This was shot on the levee of the Oyodo River in Miyazaki City. It was taken with my short-lived Moskva-5. If medium format film wasn’t virtually dead, I’d hunt down another one.
Earlier today I made a list of pros and cons about living in Japan. I’ve been thinking about these sorts of things now that I’m on my way out.
It was a pretty long list covering everything important: Sex, money, job. I had been thinking of posting it up here, but I was aware of how subjective the list was as well as how much of it was in comparison to Korea and Canada. Also, it was a long list and I couldn’t be bothered.
Should you be deciding between Japan or Korea as your starting point for your expat career, let me tell you something about Japan: You’re going to have to put on the big kid pants. Japan is very much a place for people who really have to be here for some reason and are willing to sacrifice for it.
Things might have changed since I’ve last been employed in South Korea… I doubt it, but crazier things have happened… but pretty much everything but your utilities is covered by your employer. The hardest thing you need to do is not do a midnight run after the fiftieth screwing over you’ve gotten from your boss. You’ll have piles of disposable income and life will be a non-stop party for you.
Unless you’re getting screwed over. Then it’ll be a stressful shit pile. And let me warn you: The question isn’t “Will I get screwed over?” The question is, “When will I get screwed over?”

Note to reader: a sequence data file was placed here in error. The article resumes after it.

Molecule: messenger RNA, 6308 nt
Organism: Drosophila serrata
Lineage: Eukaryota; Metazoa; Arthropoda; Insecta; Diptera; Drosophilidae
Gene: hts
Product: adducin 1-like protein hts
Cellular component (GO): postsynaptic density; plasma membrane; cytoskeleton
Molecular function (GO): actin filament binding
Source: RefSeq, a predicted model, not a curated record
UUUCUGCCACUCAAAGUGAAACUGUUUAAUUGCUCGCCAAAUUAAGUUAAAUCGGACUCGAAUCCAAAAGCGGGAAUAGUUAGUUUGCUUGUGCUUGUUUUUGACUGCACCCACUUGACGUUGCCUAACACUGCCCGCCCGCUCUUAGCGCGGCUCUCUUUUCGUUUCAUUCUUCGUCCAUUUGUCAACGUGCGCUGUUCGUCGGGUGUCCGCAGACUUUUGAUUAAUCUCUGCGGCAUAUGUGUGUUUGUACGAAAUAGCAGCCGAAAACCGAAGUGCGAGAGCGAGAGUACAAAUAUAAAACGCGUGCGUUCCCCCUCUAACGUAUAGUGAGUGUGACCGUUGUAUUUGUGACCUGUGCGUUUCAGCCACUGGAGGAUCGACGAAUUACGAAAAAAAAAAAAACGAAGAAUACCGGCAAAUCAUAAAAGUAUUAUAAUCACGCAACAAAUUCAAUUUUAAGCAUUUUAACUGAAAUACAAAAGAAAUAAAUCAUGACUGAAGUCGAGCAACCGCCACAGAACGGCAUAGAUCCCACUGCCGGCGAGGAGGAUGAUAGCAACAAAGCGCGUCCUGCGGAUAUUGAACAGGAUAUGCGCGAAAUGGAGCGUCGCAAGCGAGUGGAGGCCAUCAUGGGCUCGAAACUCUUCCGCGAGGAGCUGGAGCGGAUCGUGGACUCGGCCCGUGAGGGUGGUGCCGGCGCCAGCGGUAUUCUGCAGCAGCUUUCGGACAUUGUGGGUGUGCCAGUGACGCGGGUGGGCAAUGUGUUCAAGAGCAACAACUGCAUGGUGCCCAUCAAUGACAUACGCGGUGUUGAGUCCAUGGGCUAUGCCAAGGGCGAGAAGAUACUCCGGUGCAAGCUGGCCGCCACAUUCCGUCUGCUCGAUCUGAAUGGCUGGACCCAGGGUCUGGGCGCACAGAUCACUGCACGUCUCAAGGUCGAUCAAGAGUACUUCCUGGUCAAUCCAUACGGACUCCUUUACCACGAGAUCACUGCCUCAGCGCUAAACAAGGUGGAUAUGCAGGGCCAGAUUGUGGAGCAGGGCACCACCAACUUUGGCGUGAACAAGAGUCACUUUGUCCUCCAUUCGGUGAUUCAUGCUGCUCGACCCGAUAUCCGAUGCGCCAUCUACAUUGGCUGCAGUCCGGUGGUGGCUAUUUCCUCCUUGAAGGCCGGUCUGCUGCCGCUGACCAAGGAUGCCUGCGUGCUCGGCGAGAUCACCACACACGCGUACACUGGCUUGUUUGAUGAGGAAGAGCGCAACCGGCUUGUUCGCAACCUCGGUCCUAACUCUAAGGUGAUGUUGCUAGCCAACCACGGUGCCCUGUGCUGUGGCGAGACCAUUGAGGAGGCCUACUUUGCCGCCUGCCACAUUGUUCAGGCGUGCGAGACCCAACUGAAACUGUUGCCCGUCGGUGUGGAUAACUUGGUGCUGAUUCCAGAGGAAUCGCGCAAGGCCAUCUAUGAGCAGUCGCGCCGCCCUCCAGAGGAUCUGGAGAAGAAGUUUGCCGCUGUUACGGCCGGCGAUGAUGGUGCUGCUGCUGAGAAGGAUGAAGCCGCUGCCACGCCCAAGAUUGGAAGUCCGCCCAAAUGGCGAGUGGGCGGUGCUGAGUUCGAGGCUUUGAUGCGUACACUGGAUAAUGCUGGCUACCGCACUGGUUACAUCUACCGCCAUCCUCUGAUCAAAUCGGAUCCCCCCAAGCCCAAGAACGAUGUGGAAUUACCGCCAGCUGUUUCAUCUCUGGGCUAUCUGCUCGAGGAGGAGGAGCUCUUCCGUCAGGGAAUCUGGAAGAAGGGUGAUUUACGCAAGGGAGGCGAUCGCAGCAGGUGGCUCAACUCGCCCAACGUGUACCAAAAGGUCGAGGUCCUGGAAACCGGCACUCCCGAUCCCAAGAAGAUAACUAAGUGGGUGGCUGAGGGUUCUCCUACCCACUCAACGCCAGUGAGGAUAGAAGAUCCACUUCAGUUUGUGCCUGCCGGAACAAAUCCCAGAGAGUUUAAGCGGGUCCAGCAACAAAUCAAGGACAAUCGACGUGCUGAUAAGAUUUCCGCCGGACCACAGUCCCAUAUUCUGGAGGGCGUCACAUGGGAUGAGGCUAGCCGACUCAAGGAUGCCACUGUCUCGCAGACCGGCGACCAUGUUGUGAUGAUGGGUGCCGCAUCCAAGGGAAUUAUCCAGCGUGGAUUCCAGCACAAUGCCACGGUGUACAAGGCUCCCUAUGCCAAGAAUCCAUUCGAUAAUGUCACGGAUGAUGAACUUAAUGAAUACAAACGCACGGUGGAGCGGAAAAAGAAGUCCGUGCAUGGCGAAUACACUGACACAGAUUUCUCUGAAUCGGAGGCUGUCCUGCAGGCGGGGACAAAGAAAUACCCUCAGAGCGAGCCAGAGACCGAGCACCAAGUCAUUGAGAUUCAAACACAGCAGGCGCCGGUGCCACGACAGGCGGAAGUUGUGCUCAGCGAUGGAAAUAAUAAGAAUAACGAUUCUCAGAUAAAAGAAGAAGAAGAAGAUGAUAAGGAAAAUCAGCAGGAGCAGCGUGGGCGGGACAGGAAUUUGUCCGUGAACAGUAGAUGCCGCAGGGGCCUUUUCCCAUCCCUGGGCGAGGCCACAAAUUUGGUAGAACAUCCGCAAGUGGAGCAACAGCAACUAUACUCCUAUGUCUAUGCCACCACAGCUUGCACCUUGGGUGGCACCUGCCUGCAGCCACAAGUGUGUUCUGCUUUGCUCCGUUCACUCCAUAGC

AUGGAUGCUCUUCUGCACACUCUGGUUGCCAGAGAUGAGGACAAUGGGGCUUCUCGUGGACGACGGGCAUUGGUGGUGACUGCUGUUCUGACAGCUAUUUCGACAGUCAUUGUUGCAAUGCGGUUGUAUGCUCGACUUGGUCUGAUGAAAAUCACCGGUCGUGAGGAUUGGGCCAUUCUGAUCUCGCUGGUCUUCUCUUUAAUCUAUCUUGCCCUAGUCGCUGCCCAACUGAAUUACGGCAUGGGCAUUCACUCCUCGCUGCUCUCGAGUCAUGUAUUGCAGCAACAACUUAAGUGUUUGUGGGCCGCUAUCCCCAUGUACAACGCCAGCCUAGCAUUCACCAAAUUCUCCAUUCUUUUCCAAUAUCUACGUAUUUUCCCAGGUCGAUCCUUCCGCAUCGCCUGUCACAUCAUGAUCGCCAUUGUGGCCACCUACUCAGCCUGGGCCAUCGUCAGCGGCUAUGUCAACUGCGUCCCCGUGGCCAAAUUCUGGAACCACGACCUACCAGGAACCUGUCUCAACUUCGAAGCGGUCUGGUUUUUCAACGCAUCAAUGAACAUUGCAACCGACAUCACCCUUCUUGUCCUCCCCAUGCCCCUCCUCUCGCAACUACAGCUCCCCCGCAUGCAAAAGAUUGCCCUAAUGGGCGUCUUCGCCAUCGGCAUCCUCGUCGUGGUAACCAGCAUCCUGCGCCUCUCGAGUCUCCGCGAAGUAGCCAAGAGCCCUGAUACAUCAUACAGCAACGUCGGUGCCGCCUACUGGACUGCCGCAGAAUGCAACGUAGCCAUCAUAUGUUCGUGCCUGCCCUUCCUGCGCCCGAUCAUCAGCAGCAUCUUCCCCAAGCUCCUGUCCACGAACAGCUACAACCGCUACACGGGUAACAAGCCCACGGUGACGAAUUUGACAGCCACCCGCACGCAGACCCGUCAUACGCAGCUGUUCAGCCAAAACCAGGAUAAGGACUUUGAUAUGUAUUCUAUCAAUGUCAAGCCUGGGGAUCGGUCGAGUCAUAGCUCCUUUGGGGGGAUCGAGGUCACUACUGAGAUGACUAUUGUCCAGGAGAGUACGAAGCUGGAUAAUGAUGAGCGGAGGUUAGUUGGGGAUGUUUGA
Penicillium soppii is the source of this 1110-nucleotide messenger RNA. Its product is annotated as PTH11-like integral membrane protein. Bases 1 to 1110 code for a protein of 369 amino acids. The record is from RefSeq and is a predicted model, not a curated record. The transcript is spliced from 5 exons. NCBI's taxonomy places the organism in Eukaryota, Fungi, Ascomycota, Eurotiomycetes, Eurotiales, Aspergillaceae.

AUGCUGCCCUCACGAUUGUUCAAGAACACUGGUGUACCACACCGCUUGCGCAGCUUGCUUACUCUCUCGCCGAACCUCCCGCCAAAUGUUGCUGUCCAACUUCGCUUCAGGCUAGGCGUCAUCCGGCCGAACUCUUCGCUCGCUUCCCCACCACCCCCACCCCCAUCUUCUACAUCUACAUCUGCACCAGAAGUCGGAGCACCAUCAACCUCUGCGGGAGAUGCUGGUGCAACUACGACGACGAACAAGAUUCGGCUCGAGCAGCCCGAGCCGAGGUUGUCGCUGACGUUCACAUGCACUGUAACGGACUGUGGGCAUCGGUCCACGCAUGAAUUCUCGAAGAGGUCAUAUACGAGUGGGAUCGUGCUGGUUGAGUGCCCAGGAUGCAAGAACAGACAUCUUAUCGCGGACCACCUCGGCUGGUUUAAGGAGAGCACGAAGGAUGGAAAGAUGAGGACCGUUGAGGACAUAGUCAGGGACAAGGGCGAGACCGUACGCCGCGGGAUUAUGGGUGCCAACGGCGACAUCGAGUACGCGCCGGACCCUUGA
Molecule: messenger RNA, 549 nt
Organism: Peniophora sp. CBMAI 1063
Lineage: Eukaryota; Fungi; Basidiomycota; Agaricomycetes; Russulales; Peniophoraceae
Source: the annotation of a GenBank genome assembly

Here in Japan, you’re paying your own way. Rent, taxes, national health, utilities, travel costs, car, insurance. If you’re working a typical eikaiwa job, your savings won’t be much. You’ll have more compared to a similar paycheck in Canada since Japan outside of the big cities is a pretty affordable place. But you won’t be throwing cash around left right and center* like you will be in Korea.
Basically, you’re going to be a working schlub like you are back home. You’ll just be doing it in a different language.The main benefit it has over Korea is that it’s a hell of a lot more stable than working in Korea. Since you own your visa you’re not the prisoner of the whims of your boss and they have to be nicer to you than they are to the Japanese employees. Immigration still has final say over your status, but you have a lot more security here than in Korea.
Now, I’m keeping South Korea open as a future option since the job situation seems to be as shitty as always back home and I’d be stupid not to. But if I had the same work visa ownership there as I do here, I wouldn’t think twice abut it.
I’m tired of wearing big boy pants. They’re snug in horrible spots.
*Unless you’re part of the JET Programme. Then you’re going to spend your time in a money-shaped bubble until you go home on a chariot made of gold. Yay for government programs!